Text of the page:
The Progressive Era And The End Of The First World War

884 Words Aug 5th, 2015 4 Pages
Part I: The United States in Latin America since the Spanish-American War of 1898
American historians commonly refer to the period between the 1890s and the end of the First World War as the Progressive Era (Cocks, Holloran, & Lessoff, 2009, vii). The Progressive Era is mostly associated with the presidencies of Republican heads of state Theodore Roosevelt (1901-09) and William Howard Taft (1909-1913) but also, with Democrat Woodrow Wilson (1913-21). It is generally remembered as a time of political reforms and of governmental desire to tackle social evils and inequality.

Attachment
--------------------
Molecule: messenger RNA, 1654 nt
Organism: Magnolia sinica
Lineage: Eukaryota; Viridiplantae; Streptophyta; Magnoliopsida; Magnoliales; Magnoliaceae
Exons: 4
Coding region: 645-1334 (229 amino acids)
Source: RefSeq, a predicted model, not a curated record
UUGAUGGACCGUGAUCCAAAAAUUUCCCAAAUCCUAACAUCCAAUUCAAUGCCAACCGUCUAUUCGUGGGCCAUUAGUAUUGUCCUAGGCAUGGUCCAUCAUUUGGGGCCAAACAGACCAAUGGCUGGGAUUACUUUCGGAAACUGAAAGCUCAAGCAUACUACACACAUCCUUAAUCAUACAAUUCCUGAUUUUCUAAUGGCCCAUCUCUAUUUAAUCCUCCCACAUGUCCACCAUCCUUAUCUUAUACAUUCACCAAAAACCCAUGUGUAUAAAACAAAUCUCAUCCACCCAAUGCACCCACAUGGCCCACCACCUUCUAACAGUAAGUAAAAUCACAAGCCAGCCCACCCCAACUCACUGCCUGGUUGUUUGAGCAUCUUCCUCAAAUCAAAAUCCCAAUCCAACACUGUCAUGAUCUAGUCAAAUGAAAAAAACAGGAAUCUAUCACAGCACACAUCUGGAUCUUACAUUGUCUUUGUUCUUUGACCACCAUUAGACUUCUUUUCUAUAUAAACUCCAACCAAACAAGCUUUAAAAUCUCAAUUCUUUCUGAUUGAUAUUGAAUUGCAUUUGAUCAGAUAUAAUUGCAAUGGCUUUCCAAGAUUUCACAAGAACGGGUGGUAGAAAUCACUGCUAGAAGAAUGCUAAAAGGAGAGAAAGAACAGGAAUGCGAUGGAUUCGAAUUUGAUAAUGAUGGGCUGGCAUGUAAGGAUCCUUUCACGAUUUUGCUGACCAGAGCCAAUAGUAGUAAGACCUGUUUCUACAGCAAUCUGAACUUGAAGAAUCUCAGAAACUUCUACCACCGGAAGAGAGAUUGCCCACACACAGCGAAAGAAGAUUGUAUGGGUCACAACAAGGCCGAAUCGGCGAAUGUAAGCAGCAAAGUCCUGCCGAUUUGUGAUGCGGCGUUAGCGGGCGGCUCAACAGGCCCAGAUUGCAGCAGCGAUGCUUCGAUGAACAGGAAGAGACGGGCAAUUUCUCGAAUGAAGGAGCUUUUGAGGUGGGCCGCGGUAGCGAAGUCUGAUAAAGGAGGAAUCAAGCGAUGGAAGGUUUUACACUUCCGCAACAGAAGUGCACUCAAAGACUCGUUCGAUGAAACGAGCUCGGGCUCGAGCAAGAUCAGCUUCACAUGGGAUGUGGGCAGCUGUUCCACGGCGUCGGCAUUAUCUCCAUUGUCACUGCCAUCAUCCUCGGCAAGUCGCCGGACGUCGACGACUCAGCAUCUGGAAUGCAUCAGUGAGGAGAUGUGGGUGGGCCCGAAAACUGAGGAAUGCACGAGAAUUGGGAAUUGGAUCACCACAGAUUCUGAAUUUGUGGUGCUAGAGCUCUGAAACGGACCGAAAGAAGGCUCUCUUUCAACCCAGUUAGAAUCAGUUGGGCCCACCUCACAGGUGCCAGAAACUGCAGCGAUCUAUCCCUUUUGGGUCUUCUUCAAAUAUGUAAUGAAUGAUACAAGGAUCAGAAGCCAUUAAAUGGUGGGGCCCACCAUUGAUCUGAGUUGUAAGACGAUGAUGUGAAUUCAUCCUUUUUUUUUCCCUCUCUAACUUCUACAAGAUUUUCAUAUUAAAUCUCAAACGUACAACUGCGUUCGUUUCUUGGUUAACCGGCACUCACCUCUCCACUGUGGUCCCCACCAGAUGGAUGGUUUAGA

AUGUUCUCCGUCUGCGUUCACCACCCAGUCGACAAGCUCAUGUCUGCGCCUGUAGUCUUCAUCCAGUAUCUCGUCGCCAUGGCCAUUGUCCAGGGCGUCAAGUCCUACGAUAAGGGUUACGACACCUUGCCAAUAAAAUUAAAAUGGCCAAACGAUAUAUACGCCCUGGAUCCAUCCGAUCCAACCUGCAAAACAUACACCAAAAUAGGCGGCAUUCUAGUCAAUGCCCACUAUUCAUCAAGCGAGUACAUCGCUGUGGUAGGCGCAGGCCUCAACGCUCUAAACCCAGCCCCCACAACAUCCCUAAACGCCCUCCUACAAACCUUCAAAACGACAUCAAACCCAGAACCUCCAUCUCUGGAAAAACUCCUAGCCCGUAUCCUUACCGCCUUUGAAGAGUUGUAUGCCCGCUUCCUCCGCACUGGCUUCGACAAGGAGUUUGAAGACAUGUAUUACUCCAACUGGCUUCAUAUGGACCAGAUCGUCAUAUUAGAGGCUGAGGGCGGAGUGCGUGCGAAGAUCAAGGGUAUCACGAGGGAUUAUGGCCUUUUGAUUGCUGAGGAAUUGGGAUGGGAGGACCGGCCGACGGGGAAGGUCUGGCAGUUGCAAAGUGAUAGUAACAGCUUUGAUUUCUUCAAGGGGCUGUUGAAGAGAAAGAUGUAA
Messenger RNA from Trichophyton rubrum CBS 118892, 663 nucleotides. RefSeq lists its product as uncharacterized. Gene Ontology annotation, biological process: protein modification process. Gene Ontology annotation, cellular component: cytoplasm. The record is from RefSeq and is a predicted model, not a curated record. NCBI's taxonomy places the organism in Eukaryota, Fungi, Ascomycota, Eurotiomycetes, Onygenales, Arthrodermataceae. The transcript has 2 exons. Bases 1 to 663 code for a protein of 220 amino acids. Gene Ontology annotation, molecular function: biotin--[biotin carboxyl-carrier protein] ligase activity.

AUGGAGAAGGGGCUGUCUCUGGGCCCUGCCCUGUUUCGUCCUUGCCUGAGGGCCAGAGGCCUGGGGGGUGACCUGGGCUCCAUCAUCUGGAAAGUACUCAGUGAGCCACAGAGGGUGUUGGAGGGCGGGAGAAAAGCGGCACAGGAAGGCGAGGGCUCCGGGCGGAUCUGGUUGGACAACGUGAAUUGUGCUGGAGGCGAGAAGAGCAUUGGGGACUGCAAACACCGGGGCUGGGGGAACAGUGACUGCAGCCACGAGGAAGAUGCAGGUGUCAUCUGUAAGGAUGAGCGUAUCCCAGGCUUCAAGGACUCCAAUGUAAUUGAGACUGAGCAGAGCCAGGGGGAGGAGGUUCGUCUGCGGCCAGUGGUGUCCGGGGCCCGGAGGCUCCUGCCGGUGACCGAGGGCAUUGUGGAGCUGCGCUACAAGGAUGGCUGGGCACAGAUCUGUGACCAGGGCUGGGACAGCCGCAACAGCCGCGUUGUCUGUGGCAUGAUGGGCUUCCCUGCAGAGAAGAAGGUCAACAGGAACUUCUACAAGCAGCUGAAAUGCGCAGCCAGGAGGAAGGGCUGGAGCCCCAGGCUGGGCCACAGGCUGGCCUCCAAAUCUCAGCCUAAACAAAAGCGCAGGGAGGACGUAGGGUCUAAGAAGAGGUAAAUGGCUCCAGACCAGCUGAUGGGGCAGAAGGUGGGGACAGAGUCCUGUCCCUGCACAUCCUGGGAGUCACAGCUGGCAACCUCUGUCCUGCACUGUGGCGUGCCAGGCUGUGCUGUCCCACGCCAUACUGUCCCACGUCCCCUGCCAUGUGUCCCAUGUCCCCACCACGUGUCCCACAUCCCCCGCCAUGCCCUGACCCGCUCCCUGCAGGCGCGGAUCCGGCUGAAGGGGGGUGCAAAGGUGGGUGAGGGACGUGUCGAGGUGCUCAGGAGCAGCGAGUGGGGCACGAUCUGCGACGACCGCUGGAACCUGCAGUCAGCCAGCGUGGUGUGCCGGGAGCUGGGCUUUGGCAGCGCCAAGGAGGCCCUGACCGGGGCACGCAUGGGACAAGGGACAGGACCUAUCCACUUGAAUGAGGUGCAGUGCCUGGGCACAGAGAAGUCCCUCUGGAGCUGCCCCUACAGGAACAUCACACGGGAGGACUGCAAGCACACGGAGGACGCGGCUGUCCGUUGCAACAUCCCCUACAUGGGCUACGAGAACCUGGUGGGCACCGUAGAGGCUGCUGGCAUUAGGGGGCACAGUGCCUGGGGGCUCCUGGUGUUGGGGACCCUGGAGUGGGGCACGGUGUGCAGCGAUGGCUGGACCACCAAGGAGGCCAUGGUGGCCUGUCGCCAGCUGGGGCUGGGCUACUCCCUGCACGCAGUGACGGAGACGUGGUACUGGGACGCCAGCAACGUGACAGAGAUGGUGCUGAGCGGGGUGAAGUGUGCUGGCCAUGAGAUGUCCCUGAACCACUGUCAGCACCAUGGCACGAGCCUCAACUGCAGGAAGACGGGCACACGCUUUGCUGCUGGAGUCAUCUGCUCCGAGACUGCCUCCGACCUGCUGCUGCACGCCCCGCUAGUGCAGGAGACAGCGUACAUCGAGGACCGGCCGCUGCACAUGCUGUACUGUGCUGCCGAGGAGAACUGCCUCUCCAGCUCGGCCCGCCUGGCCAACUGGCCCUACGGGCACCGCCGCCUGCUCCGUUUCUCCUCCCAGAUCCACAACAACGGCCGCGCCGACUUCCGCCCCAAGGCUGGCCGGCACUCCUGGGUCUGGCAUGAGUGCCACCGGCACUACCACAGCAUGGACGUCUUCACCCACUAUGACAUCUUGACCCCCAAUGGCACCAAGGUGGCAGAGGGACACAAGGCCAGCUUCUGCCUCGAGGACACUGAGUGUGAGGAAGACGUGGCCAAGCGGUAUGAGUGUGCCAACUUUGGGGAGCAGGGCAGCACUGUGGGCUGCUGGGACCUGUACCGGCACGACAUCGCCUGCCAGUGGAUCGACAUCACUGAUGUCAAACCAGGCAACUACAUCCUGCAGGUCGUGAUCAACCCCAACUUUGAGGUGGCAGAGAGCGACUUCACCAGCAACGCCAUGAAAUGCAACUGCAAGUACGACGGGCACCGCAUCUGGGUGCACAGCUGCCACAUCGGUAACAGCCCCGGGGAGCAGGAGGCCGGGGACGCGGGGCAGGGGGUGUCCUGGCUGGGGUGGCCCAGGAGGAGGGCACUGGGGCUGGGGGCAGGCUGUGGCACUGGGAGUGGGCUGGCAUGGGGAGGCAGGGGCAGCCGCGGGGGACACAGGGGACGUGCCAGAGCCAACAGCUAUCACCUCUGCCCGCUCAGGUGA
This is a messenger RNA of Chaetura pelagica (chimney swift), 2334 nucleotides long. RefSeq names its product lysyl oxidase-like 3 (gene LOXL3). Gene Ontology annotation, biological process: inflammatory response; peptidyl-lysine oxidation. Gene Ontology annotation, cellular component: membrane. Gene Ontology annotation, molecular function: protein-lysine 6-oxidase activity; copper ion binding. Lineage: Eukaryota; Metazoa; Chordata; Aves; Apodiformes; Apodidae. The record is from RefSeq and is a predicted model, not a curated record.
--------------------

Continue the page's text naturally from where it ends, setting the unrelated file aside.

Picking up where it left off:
The Progressive Era also embraced an important foreign policy agenda. Following the U.S. crushing victory in the Spanish-American War of 1898 under William McKinley, the United States began a new chapter in its relationship with Latin America. While some would see an inherent contradiction between Progressive values and the U.S. expansionism that arisen in Latin America (and in the Pacific), such paradox was not necessarily apparent to Washington. As argued by historian Lester D. Langley (2002), “despite their profound political differences, Roosevelt, Taft and Wilson agreed that the government played a powerful role in advancing hemispheric trade and in safeguarding U.S. investment” (p. xvii). Scientific racism, pre-conceived notions about Latin American and non-whites countries inferiority and the need to expand American financial enterprises made it easy for U.S. officials to reconcile ideals about…
Open Document